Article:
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by Lindsey Davis
St Martin's Minotaur, May 2009
338 pages
ISBN: 0312379013

Buy in the UK | Buy in Canada

Lindsey Davis has written a good number of her novels on ancient Rome featuring the picaresque Marcus Didius Falco as a croak-and-dagger detective. I've read and enjoyed many of them, but think that the latest, ALEXANDRIA, is the best yet. Falco solves special crimes for the not-especially-appreciative Emperor Vespasian (69-79 A.D.), ultimate successor to Nero. Having married a senator's daughter, Falco has gained some respectability and two children, but lost none of his penchant for sticking his nose in situations where he has not been invited.

On vacation with his family in the magnificent city of Alexandria, Egypt, playground of Mark Antony and Cleopatra, he meets the head of the world's largest and most famous library, just hours before he mysteriously dies. Naturally Falco has to investigate. The authorities are somewhat awed by his imperial connection, so he ipso facto becomes in charge of the case.

Davis has a knack for imparting unobtrusive knowledge so that you will read about Falco, but you'll remember a lot about the fascinating features of Alexandria, such as its lighthouse (pharos in Greek), one of the seven wonders of the ancient world (unfortunately destroyed in an earthquake; you can see a reasonable replica in Alexandria, VA, where the design of the George Washington Masonic Temple was fashioned after the Pharos). Davis also tells us about the Museion, the library, another "daughter" library, the zoo, and other famous sights, and alludes to the 350-year old glass-enclosed tomb of Alexander the Great (now disappeared).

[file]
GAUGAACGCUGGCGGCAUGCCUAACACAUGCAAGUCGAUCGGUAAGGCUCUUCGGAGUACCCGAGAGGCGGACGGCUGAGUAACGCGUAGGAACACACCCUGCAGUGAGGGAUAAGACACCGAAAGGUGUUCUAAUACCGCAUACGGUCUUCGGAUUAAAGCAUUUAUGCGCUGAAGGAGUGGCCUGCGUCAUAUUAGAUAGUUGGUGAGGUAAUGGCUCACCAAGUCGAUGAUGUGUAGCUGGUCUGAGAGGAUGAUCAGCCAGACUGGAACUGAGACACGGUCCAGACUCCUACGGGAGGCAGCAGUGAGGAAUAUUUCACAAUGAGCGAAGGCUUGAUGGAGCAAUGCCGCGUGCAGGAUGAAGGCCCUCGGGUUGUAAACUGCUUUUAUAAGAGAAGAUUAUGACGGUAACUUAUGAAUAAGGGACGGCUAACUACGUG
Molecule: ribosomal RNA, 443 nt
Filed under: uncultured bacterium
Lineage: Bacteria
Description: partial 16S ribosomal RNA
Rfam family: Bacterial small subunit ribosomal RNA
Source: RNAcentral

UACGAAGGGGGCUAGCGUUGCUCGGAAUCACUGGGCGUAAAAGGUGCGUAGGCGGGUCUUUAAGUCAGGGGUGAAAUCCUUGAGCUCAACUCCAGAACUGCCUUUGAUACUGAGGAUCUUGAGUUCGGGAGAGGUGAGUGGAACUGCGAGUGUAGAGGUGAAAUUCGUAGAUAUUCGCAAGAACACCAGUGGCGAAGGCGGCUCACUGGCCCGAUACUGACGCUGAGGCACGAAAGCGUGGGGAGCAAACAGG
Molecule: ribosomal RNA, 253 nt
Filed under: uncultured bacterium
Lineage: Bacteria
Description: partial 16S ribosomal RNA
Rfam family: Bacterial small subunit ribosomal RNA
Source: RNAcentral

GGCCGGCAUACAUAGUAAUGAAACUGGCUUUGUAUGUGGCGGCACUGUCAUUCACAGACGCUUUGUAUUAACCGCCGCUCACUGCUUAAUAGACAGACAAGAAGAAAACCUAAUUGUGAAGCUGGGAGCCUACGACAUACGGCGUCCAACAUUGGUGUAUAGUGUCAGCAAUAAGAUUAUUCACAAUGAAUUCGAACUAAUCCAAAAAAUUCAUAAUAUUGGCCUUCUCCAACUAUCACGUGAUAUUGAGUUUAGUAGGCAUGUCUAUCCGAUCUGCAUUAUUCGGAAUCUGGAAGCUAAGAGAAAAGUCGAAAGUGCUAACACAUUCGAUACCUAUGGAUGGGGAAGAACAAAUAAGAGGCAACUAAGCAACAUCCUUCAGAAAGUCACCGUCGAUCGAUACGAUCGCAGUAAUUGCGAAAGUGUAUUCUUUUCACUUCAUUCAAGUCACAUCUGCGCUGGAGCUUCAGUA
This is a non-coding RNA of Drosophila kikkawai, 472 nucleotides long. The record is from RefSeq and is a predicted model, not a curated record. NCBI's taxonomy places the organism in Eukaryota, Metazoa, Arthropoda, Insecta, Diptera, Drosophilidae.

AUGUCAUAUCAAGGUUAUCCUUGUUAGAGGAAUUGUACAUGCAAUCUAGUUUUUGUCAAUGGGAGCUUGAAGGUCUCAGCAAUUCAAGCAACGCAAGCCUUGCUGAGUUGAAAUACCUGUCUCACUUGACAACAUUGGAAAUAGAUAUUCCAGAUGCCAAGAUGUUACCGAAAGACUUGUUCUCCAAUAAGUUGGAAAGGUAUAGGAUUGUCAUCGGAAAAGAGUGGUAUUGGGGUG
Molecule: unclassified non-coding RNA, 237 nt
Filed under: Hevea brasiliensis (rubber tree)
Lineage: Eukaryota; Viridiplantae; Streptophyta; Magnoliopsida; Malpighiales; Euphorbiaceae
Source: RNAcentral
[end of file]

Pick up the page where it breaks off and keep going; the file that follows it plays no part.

Some of the suspects include the overall director of the Museion, and the heads of various institutions that are a part of the latter. There are other killings, including a vicious murder of a young scholar partly eaten by a huge alligator from the zoo. There are at least two vividly described hairbreadth episodes where Falco just barely escapes death.

As an aside we see an interesting aspect of the author's experience in living what she writes when Falso takes his wife 100 miles south to see another of the ancient wonders, the pyramids. He, like his creator, doesn't get to see much because of a blinding sandstorm, and in Davis's dedication to a travel companion, she gives her "apologies for the sandstorm."

The mystery and its solution are satisfying, and the characterization (including the growth of Falco and the promotion of his wife Helena into more prominence than in earlier novels) is way above average. For me, the fact that Alexandria itself is another of the main characters makes the story that much more delicious to read. When you finish reading I suspect you'll tend to agree with me and lament (in the words of the poet of Alexandria, Constantine Cavafy): "Like one for long prepared say goodbye to her, to the Alexandria you are losing."

Reviewed by Eugene Aubrey Stratton, April 2009

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Contact: Yvonne Klein (ymk@reviewingtheevidence.com)

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